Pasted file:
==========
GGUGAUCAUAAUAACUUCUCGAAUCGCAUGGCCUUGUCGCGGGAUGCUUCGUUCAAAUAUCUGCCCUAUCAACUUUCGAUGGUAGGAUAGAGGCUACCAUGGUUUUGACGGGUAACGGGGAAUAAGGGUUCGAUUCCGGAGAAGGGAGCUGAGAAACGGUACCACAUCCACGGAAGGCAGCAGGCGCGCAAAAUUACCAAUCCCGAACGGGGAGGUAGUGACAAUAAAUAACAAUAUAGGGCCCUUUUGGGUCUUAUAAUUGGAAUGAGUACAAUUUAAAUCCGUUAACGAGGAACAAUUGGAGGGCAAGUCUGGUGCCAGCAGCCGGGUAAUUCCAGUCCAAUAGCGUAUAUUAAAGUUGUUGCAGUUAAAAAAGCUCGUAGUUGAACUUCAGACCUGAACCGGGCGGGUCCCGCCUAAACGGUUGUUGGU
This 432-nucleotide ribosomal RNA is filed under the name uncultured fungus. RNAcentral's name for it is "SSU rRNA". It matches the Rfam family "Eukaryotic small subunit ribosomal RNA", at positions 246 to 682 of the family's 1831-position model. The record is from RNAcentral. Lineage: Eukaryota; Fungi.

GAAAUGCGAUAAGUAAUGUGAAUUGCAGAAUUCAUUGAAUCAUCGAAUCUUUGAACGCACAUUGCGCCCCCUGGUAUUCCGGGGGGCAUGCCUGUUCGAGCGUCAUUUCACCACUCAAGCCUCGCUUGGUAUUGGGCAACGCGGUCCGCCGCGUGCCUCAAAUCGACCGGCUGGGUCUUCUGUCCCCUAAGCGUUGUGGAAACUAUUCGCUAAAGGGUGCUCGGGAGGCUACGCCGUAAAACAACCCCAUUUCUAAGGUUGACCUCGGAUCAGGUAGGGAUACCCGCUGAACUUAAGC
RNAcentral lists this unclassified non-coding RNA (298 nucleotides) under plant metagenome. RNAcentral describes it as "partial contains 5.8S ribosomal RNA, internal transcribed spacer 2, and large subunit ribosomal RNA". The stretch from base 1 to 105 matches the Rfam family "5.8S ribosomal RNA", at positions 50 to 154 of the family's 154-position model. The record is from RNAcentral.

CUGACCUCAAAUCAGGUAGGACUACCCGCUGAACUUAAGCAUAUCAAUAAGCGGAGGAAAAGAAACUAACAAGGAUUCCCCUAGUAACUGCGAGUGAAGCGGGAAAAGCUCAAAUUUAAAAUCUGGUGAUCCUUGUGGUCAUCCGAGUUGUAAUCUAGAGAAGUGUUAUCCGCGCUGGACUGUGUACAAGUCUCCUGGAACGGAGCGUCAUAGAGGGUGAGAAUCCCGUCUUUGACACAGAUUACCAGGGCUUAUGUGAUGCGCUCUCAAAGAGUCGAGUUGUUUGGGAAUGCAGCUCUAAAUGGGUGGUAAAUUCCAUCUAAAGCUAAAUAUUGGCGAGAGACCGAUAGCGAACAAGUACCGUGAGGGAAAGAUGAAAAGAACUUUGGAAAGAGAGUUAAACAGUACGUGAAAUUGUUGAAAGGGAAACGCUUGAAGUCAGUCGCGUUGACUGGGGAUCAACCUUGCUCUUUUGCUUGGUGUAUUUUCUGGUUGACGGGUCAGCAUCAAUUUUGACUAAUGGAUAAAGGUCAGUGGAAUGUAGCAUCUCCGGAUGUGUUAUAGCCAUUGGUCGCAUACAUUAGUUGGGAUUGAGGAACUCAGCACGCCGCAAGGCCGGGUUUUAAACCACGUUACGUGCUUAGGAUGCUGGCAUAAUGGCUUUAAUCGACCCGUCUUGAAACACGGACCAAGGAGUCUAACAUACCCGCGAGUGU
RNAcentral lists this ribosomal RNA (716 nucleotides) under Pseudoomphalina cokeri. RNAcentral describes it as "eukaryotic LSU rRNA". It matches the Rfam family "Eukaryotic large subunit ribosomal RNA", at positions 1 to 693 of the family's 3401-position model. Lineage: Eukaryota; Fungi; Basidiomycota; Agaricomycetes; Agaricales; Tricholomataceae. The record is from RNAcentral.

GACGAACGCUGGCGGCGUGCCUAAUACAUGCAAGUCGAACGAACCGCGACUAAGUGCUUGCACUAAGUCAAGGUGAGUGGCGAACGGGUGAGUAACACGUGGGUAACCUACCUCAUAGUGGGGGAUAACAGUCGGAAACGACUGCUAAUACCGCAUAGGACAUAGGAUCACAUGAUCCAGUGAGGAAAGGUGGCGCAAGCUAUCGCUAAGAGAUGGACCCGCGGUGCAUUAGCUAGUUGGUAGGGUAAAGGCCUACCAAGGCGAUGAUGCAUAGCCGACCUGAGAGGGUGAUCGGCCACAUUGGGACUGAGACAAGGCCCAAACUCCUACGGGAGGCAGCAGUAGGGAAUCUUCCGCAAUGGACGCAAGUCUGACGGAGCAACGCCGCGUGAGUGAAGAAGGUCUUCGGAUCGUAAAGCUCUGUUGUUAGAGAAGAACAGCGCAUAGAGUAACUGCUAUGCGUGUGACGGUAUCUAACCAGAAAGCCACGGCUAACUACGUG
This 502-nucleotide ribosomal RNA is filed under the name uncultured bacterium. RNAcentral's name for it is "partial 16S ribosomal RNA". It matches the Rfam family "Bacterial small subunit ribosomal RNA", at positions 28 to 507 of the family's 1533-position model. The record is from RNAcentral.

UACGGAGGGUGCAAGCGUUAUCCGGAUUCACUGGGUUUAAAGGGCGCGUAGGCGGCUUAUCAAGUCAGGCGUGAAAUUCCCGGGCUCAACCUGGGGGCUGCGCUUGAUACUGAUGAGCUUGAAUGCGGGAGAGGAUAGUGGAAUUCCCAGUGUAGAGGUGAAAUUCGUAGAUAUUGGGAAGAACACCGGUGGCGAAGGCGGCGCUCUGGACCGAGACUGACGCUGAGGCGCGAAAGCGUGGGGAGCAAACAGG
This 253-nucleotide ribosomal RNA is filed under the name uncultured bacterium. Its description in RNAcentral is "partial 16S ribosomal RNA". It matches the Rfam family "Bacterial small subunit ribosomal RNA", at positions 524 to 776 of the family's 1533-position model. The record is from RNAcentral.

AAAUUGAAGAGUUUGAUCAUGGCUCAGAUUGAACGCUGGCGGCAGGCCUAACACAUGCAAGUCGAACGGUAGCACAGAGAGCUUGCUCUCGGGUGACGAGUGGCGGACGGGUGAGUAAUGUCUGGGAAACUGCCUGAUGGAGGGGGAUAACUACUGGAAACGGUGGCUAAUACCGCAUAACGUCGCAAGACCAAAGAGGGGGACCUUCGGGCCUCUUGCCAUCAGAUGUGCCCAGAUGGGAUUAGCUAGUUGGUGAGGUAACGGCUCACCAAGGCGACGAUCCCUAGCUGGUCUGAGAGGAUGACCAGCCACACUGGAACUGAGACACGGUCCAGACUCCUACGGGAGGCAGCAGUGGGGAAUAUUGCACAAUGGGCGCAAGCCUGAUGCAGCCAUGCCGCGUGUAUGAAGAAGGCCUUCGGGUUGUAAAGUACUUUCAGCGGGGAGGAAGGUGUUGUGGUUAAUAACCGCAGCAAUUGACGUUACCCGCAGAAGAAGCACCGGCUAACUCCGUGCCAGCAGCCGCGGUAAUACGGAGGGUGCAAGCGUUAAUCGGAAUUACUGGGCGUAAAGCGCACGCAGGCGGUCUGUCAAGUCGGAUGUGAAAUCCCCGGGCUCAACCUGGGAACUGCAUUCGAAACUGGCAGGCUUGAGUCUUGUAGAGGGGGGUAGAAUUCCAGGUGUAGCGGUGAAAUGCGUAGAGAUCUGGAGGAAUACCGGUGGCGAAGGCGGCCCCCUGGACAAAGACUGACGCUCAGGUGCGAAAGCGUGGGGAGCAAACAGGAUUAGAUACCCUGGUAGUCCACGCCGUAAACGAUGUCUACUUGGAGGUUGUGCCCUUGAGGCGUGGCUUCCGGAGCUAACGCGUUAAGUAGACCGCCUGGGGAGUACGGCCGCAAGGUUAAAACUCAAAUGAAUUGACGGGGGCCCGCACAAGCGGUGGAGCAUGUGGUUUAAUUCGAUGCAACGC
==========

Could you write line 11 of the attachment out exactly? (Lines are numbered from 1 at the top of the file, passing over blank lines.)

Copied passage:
AAAUUGAAGAGUUUGAUCAUGGCUCAGAUUGAACGCUGGCGGCAGGCCUAACACAUGCAAGUCGAACGGUAGCACAGAGAGCUUGCUCUCGGGUGACGAGUGGCGGACGGGUGAGUAAUGUCUGGGAAACUGCCUGAUGGAGGGGGAUAACUACUGGAAACGGUGGCUAAUACCGCAUAACGUCGCAAGACCAAAGAGGGGGACCUUCGGGCCUCUUGCCAUCAGAUGUGCCCAGAUGGGAUUAGCUAGUUGGUGAGGUAACGGCUCACCAAGGCGACGAUCCCUAGCUGGUCUGAGAGGAUGACCAGCCACACUGGAACUGAGACACGGUCCAGACUCCUACGGGAGGCAGCAGUGGGGAAUAUUGCACAAUGGGCGCAAGCCUGAUGCAGCCAUGCCGCGUGUAUGAAGAAGGCCUUCGGGUUGUAAAGUACUUUCAGCGGGGAGGAAGGUGUUGUGGUUAAUAACCGCAGCAAUUGACGUUACCCGCAGAAGAAGCACCGGCUAACUCCGUGCCAGCAGCCGCGGUAAUACGGAGGGUGCAAGCGUUAAUCGGAAUUACUGGGCGUAAAGCGCACGCAGGCGGUCUGUCAAGUCGGAUGUGAAAUCCCCGGGCUCAACCUGGGAACUGCAUUCGAAACUGGCAGGCUUGAGUCUUGUAGAGGGGGGUAGAAUUCCAGGUGUAGCGGUGAAAUGCGUAGAGAUCUGGAGGAAUACCGGUGGCGAAGGCGGCCCCCUGGACAAAGACUGACGCUCAGGUGCGAAAGCGUGGGGAGCAAACAGGAUUAGAUACCCUGGUAGUCCACGCCGUAAACGAUGUCUACUUGGAGGUUGUGCCCUUGAGGCGUGGCUUCCGGAGCUAACGCGUUAAGUAGACCGCCUGGGGAGUACGGCCGCAAGGUUAAAACUCAAAUGAAUUGACGGGGGCCCGCACAAGCGGUGGAGCAUGUGGUUUAAUUCGAUGCAACGC